Authors' Corner with Douglas Bradburn and Christopher R. Pearl, editors of FROM INDEPENDENCE TO THE U.S. CONSTITUTION
From Independence to the U.S. Constitution

Welcome back to the UVA Press Author's Corner! Here, we feature conversations with the authors of our latest releases to provide a glimpse into the writer's mind, their book's main lessons, and what’s next for them. We hope you enjoy these inside stories.

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Today, we are happy to bring you our conversation with Douglas Bradburn and Christopher R. Pearl, editors of FROM INDEPENDENCE TO THE U.S. CONSTITUTION: Reconsidering the Critical Period of American History

What inspired you to write this book? 

We brought scholars together to try to reassess the history of a formative time, after the revolutionary war, when the direction of the United States of America was unclear, and “up for grabs.” After the Constitution, more institutional boundaries crystallized, which shaped national and local developments—but in this strange interregnum between 1783 and 1787—the so-called “critical period—with a new nation, without a national government, we hoped to peel away some old assumptions and rediscover the contingency of the past.

What did you learn and what are you hoping readers will learn from your book? 

We hope that all readers will recognize that revolutionary times often call for incremental solutions to big problems. That the 1780s are interesting in themselves, but we can also be inspired that we are part of a continuity of Americans searching to define the character of our great experiment in democracy.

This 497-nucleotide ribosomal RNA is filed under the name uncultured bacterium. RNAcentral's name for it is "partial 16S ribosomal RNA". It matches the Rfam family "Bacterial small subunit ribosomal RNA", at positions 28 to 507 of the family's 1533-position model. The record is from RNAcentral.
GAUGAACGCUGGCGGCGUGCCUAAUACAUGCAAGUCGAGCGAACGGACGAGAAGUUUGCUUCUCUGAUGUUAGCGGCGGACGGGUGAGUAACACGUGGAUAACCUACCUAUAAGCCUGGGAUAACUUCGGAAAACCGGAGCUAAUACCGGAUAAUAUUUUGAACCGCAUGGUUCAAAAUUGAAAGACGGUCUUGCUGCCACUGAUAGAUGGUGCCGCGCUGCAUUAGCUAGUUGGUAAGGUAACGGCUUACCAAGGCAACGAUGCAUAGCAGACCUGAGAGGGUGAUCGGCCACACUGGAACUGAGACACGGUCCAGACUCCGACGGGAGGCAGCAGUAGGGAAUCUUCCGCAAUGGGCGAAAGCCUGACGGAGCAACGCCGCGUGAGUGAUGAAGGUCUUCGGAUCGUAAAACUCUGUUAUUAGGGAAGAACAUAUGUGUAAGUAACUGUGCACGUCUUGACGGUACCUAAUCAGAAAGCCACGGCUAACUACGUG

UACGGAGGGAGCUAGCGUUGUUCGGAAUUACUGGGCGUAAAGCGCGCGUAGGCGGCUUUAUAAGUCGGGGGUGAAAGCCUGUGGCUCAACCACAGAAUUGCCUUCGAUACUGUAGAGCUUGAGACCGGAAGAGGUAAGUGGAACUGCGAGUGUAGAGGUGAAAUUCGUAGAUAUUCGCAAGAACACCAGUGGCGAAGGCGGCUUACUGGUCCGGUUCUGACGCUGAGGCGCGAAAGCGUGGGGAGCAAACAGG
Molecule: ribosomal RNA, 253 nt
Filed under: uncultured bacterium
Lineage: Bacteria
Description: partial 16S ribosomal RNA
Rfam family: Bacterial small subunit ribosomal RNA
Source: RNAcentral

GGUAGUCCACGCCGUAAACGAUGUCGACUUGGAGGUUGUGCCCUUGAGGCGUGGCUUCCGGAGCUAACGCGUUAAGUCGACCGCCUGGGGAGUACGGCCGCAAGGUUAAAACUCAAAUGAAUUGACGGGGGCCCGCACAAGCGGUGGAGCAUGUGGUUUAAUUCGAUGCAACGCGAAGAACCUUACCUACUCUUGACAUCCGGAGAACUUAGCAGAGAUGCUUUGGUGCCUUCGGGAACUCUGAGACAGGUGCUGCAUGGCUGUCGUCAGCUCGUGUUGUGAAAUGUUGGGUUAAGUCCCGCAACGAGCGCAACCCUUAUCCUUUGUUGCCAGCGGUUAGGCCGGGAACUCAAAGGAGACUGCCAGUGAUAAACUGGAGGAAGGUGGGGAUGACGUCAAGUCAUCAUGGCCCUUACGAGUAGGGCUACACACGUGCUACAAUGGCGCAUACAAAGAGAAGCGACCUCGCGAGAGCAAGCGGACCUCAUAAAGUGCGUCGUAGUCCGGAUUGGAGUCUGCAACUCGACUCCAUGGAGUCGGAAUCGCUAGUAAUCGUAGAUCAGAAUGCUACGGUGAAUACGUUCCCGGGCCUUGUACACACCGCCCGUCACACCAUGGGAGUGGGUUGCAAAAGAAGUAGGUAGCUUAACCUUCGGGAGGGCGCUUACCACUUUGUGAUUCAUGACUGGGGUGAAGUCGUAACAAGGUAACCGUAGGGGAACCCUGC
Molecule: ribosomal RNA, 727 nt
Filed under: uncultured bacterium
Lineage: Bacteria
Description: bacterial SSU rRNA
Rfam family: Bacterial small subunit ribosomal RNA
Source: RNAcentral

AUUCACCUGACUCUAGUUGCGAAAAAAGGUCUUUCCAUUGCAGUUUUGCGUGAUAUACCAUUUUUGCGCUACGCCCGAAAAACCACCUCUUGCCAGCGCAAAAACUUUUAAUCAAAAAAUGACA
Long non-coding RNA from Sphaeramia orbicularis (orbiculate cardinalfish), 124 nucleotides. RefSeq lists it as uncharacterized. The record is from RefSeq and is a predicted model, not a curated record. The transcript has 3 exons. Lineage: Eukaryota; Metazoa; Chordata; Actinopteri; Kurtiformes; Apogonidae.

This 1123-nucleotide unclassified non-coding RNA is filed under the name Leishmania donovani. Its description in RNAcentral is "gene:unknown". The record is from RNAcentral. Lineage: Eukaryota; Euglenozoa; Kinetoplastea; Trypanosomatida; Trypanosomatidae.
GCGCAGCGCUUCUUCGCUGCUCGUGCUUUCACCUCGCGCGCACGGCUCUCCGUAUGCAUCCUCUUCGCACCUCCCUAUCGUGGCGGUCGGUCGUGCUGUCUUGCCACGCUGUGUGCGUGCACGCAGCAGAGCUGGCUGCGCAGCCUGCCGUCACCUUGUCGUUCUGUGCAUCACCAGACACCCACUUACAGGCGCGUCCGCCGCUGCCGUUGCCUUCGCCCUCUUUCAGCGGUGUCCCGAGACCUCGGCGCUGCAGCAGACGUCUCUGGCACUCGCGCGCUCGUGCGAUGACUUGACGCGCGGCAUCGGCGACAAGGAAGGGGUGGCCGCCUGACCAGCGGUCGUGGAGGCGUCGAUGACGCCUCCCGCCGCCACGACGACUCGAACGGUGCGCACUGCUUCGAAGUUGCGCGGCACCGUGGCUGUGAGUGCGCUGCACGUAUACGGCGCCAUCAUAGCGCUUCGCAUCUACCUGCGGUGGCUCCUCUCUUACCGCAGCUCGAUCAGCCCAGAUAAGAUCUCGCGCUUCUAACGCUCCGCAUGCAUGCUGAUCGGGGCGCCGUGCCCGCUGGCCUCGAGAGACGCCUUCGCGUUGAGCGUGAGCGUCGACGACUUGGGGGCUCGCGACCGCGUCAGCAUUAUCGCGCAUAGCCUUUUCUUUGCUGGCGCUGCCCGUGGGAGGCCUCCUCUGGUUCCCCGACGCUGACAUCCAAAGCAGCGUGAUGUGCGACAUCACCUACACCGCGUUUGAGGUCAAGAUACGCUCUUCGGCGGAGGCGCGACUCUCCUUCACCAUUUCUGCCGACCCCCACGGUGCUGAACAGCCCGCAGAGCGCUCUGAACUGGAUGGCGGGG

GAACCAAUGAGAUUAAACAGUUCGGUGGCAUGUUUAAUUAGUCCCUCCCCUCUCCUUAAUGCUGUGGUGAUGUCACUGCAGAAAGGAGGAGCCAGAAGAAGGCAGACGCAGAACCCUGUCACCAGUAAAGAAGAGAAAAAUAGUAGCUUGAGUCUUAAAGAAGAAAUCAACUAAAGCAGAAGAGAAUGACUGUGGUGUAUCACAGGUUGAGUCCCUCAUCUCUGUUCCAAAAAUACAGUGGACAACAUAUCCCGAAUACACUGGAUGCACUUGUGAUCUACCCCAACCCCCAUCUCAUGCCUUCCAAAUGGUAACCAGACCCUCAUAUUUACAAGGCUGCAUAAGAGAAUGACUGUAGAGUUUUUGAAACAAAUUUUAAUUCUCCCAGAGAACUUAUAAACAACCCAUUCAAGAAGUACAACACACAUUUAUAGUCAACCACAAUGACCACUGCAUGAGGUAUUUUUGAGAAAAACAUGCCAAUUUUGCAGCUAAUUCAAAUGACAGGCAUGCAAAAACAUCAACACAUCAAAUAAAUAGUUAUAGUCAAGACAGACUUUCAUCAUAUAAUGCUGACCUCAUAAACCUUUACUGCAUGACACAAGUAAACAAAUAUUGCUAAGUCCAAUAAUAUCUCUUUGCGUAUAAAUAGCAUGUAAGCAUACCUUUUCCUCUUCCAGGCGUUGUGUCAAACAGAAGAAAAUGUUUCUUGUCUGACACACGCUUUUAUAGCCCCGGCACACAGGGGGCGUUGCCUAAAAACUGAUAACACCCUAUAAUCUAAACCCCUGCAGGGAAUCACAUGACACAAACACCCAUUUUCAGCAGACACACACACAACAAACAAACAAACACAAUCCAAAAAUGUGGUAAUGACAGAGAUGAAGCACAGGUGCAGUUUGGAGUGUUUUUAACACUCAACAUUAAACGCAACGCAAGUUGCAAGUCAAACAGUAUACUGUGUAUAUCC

What surprised you the most in the process of writing your book? 

That there are a great diversity of perspectives that can be brought to bear on every part of American history—that the questions that drive research open up more questions, and that collaborative history is an incredibly rewarding way to tackle the big challenges of the past.

What’s your favorite anecdote from your book?

Just how much the topic of this book related to some of the crises we experience today. The problems of the pandemic, while never a part of our experience when these essays were commissioned, made the work more relevant that we could have ever known. The challenges of federal versus national power, of markets suffering from inflation and supply chain issues, and from efforts to define a world order of law in the midst of international war became more relevant over time.

What’s next? 

Chris has recently finished a manuscript, which explores the struggle for independence between squatters, speculators, and Native Americans during the Revolution in the Northern Susquehanna River Valley. Doug is continuing to manage Mount Vernon, working to redesign the educational exhibit on George Washington and prepare the historic estate for the 250th anniversary of American independence.

Related Series: Early American Histories